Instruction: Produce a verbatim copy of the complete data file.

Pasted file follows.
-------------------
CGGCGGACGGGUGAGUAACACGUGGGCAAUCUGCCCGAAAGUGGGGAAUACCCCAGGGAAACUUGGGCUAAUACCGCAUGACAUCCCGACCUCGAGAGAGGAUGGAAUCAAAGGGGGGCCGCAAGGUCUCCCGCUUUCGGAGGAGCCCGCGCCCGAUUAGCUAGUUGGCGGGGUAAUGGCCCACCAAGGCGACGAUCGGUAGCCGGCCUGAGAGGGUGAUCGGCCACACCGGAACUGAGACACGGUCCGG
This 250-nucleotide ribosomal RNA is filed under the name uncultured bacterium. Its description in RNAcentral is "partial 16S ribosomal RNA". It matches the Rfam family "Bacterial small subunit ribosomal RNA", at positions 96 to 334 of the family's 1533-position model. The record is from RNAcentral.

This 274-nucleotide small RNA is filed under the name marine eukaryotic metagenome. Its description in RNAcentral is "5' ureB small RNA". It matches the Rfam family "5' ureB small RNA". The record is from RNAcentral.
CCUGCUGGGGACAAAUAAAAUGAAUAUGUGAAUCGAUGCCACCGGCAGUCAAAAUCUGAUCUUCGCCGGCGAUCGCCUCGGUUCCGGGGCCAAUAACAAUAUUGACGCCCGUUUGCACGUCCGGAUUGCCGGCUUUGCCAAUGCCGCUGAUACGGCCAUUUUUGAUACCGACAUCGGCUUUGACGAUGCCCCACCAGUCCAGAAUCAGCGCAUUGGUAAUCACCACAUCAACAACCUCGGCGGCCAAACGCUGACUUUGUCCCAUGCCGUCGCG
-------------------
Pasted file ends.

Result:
CGGCGGACGGGUGAGUAACACGUGGGCAAUCUGCCCGAAAGUGGGGAAUACCCCAGGGAAACUUGGGCUAAUACCGCAUGACAUCCCGACCUCGAGAGAGGAUGGAAUCAAAGGGGGGCCGCAAGGUCUCCCGCUUUCGGAGGAGCCCGCGCCCGAUUAGCUAGUUGGCGGGGUAAUGGCCCACCAAGGCGACGAUCGGUAGCCGGCCUGAGAGGGUGAUCGGCCACACCGGAACUGAGACACGGUCCGG
This 250-nucleotide ribosomal RNA is filed under the name uncultured bacterium. Its description in RNAcentral is "partial 16S ribosomal RNA". It matches the Rfam family "Bacterial small subunit ribosomal RNA", at positions 96 to 334 of the family's 1533-position model. The record is from RNAcentral.

This 274-nucleotide small RNA is filed under the name marine eukaryotic metagenome. Its description in RNAcentral is "5' ureB small RNA". It matches the Rfam family "5' ureB small RNA". The record is from RNAcentral.
CCUGCUGGGGACAAAUAAAAUGAAUAUGUGAAUCGAUGCCACCGGCAGUCAAAAUCUGAUCUUCGCCGGCGAUCGCCUCGGUUCCGGGGCCAAUAACAAUAUUGACGCCCGUUUGCACGUCCGGAUUGCCGGCUUUGCCAAUGCCGCUGAUACGGCCAUUUUUGAUACCGACAUCGGCUUUGACGAUGCCCCACCAGUCCAGAAUCAGCGCAUUGGUAAUCACCACAUCAACAACCUCGGCGGCCAAACGCUGACUUUGUCCCAUGCCGUCGCG